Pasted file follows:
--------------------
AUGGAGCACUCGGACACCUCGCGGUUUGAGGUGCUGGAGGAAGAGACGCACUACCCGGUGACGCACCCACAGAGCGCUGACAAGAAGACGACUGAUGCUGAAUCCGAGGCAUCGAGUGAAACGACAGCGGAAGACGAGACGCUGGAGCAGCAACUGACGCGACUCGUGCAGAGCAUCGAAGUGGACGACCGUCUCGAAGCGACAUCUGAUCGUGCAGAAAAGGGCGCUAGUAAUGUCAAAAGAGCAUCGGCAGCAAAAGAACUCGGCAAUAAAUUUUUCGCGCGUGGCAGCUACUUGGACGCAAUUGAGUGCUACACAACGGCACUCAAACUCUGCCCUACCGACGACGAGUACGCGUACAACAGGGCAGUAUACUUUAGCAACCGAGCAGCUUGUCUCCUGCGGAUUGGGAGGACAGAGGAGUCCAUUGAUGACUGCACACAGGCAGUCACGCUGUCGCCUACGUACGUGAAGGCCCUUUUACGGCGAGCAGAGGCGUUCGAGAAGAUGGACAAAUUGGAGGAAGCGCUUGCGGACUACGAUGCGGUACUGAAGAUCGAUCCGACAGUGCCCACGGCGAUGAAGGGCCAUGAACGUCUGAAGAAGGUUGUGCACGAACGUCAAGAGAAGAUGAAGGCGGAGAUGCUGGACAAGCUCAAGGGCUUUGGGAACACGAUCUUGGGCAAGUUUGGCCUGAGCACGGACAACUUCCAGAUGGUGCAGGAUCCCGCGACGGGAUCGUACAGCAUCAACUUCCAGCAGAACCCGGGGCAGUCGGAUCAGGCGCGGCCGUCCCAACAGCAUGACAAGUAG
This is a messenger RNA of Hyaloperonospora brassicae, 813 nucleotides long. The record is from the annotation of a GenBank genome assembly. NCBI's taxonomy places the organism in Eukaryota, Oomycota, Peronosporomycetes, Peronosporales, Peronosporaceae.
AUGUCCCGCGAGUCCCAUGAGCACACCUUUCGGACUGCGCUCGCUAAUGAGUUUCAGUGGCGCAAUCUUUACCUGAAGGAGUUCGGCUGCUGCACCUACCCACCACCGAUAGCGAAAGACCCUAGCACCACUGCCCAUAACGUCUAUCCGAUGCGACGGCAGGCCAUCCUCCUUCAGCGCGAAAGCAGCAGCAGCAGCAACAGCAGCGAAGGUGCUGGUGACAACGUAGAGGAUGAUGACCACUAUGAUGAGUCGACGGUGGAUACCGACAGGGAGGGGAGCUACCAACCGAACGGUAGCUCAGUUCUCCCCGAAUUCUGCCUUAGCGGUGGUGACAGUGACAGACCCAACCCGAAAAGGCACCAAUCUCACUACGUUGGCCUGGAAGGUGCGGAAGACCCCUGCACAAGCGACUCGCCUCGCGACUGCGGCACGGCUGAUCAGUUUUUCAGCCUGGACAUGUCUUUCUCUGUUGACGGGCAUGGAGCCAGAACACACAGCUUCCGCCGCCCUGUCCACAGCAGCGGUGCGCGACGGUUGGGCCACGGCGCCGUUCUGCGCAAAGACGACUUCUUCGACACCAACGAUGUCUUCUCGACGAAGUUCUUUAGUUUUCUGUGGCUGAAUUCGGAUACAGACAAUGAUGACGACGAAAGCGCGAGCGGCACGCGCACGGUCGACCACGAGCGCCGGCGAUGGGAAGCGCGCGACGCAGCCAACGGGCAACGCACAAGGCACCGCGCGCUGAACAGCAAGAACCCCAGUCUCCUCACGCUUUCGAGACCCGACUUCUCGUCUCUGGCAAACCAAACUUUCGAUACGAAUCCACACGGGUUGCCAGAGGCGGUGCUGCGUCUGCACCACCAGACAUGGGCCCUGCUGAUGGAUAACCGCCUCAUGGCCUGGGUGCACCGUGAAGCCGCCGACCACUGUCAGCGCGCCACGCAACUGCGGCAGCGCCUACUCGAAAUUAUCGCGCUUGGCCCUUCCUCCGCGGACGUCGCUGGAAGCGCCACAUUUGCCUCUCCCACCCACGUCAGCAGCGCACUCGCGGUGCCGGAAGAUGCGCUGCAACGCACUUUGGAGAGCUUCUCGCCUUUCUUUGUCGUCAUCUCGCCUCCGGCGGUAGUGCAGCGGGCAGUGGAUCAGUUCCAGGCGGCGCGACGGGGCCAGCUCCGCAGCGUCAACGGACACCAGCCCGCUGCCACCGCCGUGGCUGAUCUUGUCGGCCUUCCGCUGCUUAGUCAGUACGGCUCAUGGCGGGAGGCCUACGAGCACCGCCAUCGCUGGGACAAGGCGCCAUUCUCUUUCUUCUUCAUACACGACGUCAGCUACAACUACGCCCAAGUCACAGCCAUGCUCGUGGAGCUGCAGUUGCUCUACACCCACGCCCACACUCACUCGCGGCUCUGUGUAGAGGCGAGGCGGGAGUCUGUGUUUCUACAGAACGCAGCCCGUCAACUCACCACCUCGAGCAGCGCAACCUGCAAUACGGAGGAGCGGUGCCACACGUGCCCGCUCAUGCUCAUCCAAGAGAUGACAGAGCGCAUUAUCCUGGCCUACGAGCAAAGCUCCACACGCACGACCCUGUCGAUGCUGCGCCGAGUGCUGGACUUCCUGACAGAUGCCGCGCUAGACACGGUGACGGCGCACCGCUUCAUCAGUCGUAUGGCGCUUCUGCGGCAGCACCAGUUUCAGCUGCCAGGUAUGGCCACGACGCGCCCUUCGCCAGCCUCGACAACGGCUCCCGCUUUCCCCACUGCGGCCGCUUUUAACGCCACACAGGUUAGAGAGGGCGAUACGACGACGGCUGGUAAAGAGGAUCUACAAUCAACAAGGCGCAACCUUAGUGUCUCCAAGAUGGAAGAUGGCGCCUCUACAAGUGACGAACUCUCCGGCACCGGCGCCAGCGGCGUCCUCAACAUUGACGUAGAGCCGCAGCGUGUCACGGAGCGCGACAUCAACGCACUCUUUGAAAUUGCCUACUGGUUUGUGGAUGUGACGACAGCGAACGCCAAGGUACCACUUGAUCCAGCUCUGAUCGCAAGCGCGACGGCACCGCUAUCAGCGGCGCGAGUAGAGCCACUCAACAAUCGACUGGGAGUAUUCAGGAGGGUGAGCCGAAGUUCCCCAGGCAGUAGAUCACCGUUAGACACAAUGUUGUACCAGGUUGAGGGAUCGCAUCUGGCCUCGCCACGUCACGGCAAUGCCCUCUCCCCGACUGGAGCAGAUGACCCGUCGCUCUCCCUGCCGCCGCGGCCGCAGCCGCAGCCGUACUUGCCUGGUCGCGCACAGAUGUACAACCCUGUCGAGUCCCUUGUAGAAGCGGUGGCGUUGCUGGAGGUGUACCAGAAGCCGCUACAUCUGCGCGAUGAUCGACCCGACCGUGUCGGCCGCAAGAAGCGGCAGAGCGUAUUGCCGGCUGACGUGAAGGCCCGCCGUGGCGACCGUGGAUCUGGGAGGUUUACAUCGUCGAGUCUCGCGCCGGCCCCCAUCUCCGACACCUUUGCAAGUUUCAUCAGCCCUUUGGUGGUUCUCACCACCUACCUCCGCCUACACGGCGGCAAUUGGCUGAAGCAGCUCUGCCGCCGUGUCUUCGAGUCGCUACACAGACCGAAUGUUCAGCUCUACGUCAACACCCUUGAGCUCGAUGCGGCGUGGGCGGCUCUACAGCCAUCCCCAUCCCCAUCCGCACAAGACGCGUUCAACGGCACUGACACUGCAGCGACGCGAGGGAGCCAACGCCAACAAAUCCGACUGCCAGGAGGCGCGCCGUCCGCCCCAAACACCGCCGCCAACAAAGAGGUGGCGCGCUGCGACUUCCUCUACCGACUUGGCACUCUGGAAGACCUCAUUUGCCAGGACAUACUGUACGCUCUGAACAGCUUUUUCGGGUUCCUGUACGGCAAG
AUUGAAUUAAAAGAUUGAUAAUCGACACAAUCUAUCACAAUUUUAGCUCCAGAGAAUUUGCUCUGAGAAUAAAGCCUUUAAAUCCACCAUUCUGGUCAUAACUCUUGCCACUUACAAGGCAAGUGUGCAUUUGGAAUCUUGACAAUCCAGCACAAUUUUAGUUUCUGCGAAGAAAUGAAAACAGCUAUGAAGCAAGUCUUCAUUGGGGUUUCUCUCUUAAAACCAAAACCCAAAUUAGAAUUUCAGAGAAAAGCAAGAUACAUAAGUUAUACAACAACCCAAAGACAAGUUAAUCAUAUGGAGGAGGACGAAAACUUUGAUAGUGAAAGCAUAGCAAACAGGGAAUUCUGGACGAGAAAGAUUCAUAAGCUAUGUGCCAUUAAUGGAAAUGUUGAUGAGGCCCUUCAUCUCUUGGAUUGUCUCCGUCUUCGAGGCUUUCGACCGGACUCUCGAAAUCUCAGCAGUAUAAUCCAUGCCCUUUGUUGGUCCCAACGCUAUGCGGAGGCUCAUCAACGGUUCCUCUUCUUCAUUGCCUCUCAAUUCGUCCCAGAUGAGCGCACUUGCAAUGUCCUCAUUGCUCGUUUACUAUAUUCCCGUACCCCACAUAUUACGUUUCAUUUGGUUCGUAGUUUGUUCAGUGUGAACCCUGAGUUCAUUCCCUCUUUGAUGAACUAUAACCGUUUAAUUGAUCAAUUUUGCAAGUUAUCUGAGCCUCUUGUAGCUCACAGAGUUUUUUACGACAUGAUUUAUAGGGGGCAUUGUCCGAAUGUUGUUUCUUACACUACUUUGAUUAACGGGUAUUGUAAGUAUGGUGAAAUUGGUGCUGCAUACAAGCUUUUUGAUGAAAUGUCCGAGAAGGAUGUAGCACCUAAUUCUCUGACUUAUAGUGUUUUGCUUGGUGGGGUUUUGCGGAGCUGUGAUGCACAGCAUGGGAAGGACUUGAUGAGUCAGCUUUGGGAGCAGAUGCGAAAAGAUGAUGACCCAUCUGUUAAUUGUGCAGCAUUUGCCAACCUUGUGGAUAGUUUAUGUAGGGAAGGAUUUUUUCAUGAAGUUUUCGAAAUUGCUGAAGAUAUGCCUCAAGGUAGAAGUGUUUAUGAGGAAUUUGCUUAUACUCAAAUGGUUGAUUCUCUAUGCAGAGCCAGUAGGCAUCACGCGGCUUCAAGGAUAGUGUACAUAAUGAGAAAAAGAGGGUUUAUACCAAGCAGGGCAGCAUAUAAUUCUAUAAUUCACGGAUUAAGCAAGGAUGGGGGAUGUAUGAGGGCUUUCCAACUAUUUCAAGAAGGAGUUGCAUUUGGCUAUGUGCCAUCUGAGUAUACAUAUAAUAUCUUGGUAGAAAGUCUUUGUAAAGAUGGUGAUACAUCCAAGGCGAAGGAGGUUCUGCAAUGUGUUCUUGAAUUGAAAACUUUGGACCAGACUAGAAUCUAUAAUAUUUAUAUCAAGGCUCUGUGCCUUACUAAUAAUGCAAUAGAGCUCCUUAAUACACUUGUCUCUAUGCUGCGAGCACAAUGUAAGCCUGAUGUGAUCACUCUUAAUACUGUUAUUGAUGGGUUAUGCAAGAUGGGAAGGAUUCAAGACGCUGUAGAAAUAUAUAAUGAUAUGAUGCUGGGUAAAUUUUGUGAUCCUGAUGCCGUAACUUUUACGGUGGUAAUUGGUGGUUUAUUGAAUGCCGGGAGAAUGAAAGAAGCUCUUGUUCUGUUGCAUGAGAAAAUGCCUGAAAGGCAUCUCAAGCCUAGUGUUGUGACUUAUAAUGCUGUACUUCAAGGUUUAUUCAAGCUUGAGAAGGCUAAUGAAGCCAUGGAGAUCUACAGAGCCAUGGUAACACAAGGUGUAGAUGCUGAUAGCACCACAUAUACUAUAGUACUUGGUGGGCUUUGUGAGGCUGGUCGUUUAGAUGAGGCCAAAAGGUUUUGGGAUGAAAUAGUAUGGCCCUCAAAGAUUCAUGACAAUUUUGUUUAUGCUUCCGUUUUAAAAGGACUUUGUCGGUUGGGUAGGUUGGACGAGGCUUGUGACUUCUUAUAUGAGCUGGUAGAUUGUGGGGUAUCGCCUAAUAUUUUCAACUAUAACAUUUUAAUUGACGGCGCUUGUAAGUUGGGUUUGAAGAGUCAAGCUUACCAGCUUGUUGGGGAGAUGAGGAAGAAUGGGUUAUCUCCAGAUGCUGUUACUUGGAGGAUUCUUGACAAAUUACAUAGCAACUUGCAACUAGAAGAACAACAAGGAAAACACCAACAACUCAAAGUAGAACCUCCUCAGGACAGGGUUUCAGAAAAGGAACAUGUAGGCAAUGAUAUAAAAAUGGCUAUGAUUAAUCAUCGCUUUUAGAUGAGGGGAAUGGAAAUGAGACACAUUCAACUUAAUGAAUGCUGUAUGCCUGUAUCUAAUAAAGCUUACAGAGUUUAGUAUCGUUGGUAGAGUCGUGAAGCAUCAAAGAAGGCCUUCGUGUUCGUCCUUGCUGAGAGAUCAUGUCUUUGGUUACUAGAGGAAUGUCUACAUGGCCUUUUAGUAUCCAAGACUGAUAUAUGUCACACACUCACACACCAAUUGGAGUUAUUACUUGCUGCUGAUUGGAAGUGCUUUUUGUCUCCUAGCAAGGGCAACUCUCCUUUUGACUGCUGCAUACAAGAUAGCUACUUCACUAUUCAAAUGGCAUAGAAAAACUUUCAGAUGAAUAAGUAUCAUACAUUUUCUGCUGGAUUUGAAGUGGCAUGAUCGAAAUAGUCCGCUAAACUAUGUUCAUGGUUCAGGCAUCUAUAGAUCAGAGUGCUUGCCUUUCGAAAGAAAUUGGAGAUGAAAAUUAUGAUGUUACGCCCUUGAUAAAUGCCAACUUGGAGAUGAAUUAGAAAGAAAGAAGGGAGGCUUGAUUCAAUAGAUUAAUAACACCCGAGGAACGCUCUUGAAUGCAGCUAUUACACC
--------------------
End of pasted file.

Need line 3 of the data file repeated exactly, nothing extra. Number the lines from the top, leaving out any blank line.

AUGUCCCGCGAGUCCCAUGAGCACACCUUUCGGACUGCGCUCGCUAAUGAGUUUCAGUGGCGCAAUCUUUACCUGAAGGAGUUCGGCUGCUGCACCUACCCACCACCGAUAGCGAAAGACCCUAGCACCACUGCCCAUAACGUCUAUCCGAUGCGACGGCAGGCCAUCCUCCUUCAGCGCGAAAGCAGCAGCAGCAGCAACAGCAGCGAAGGUGCUGGUGACAACGUAGAGGAUGAUGACCACUAUGAUGAGUCGACGGUGGAUACCGACAGGGAGGGGAGCUACCAACCGAACGGUAGCUCAGUUCUCCCCGAAUUCUGCCUUAGCGGUGGUGACAGUGACAGACCCAACCCGAAAAGGCACCAAUCUCACUACGUUGGCCUGGAAGGUGCGGAAGACCCCUGCACAAGCGACUCGCCUCGCGACUGCGGCACGGCUGAUCAGUUUUUCAGCCUGGACAUGUCUUUCUCUGUUGACGGGCAUGGAGCCAGAACACACAGCUUCCGCCGCCCUGUCCACAGCAGCGGUGCGCGACGGUUGGGCCACGGCGCCGUUCUGCGCAAAGACGACUUCUUCGACACCAACGAUGUCUUCUCGACGAAGUUCUUUAGUUUUCUGUGGCUGAAUUCGGAUACAGACAAUGAUGACGACGAAAGCGCGAGCGGCACGCGCACGGUCGACCACGAGCGCCGGCGAUGGGAAGCGCGCGACGCAGCCAACGGGCAACGCACAAGGCACCGCGCGCUGAACAGCAAGAACCCCAGUCUCCUCACGCUUUCGAGACCCGACUUCUCGUCUCUGGCAAACCAAACUUUCGAUACGAAUCCACACGGGUUGCCAGAGGCGGUGCUGCGUCUGCACCACCAGACAUGGGCCCUGCUGAUGGAUAACCGCCUCAUGGCCUGGGUGCACCGUGAAGCCGCCGACCACUGUCAGCGCGCCACGCAACUGCGGCAGCGCCUACUCGAAAUUAUCGCGCUUGGCCCUUCCUCCGCGGACGUCGCUGGAAGCGCCACAUUUGCCUCUCCCACCCACGUCAGCAGCGCACUCGCGGUGCCGGAAGAUGCGCUGCAACGCACUUUGGAGAGCUUCUCGCCUUUCUUUGUCGUCAUCUCGCCUCCGGCGGUAGUGCAGCGGGCAGUGGAUCAGUUCCAGGCGGCGCGACGGGGCCAGCUCCGCAGCGUCAACGGACACCAGCCCGCUGCCACCGCCGUGGCUGAUCUUGUCGGCCUUCCGCUGCUUAGUCAGUACGGCUCAUGGCGGGAGGCCUACGAGCACCGCCAUCGCUGGGACAAGGCGCCAUUCUCUUUCUUCUUCAUACACGACGUCAGCUACAACUACGCCCAAGUCACAGCCAUGCUCGUGGAGCUGCAGUUGCUCUACACCCACGCCCACACUCACUCGCGGCUCUGUGUAGAGGCGAGGCGGGAGUCUGUGUUUCUACAGAACGCAGCCCGUCAACUCACCACCUCGAGCAGCGCAACCUGCAAUACGGAGGAGCGGUGCCACACGUGCCCGCUCAUGCUCAUCCAAGAGAUGACAGAGCGCAUUAUCCUGGCCUACGAGCAAAGCUCCACACGCACGACCCUGUCGAUGCUGCGCCGAGUGCUGGACUUCCUGACAGAUGCCGCGCUAGACACGGUGACGGCGCACCGCUUCAUCAGUCGUAUGGCGCUUCUGCGGCAGCACCAGUUUCAGCUGCCAGGUAUGGCCACGACGCGCCCUUCGCCAGCCUCGACAACGGCUCCCGCUUUCCCCACUGCGGCCGCUUUUAACGCCACACAGGUUAGAGAGGGCGAUACGACGACGGCUGGUAAAGAGGAUCUACAAUCAACAAGGCGCAACCUUAGUGUCUCCAAGAUGGAAGAUGGCGCCUCUACAAGUGACGAACUCUCCGGCACCGGCGCCAGCGGCGUCCUCAACAUUGACGUAGAGCCGCAGCGUGUCACGGAGCGCGACAUCAACGCACUCUUUGAAAUUGCCUACUGGUUUGUGGAUGUGACGACAGCGAACGCCAAGGUACCACUUGAUCCAGCUCUGAUCGCAAGCGCGACGGCACCGCUAUCAGCGGCGCGAGUAGAGCCACUCAACAAUCGACUGGGAGUAUUCAGGAGGGUGAGCCGAAGUUCCCCAGGCAGUAGAUCACCGUUAGACACAAUGUUGUACCAGGUUGAGGGAUCGCAUCUGGCCUCGCCACGUCACGGCAAUGCCCUCUCCCCGACUGGAGCAGAUGACCCGUCGCUCUCCCUGCCGCCGCGGCCGCAGCCGCAGCCGUACUUGCCUGGUCGCGCACAGAUGUACAACCCUGUCGAGUCCCUUGUAGAAGCGGUGGCGUUGCUGGAGGUGUACCAGAAGCCGCUACAUCUGCGCGAUGAUCGACCCGACCGUGUCGGCCGCAAGAAGCGGCAGAGCGUAUUGCCGGCUGACGUGAAGGCCCGCCGUGGCGACCGUGGAUCUGGGAGGUUUACAUCGUCGAGUCUCGCGCCGGCCCCCAUCUCCGACACCUUUGCAAGUUUCAUCAGCCCUUUGGUGGUUCUCACCACCUACCUCCGCCUACACGGCGGCAAUUGGCUGAAGCAGCUCUGCCGCCGUGUCUUCGAGUCGCUACACAGACCGAAUGUUCAGCUCUACGUCAACACCCUUGAGCUCGAUGCGGCGUGGGCGGCUCUACAGCCAUCCCCAUCCCCAUCCGCACAAGACGCGUUCAACGGCACUGACACUGCAGCGACGCGAGGGAGCCAACGCCAACAAAUCCGACUGCCAGGAGGCGCGCCGUCCGCCCCAAACACCGCCGCCAACAAAGAGGUGGCGCGCUGCGACUUCCUCUACCGACUUGGCACUCUGGAAGACCUCAUUUGCCAGGACAUACUGUACGCUCUGAACAGCUUUUUCGGGUUCCUGUACGGCAAG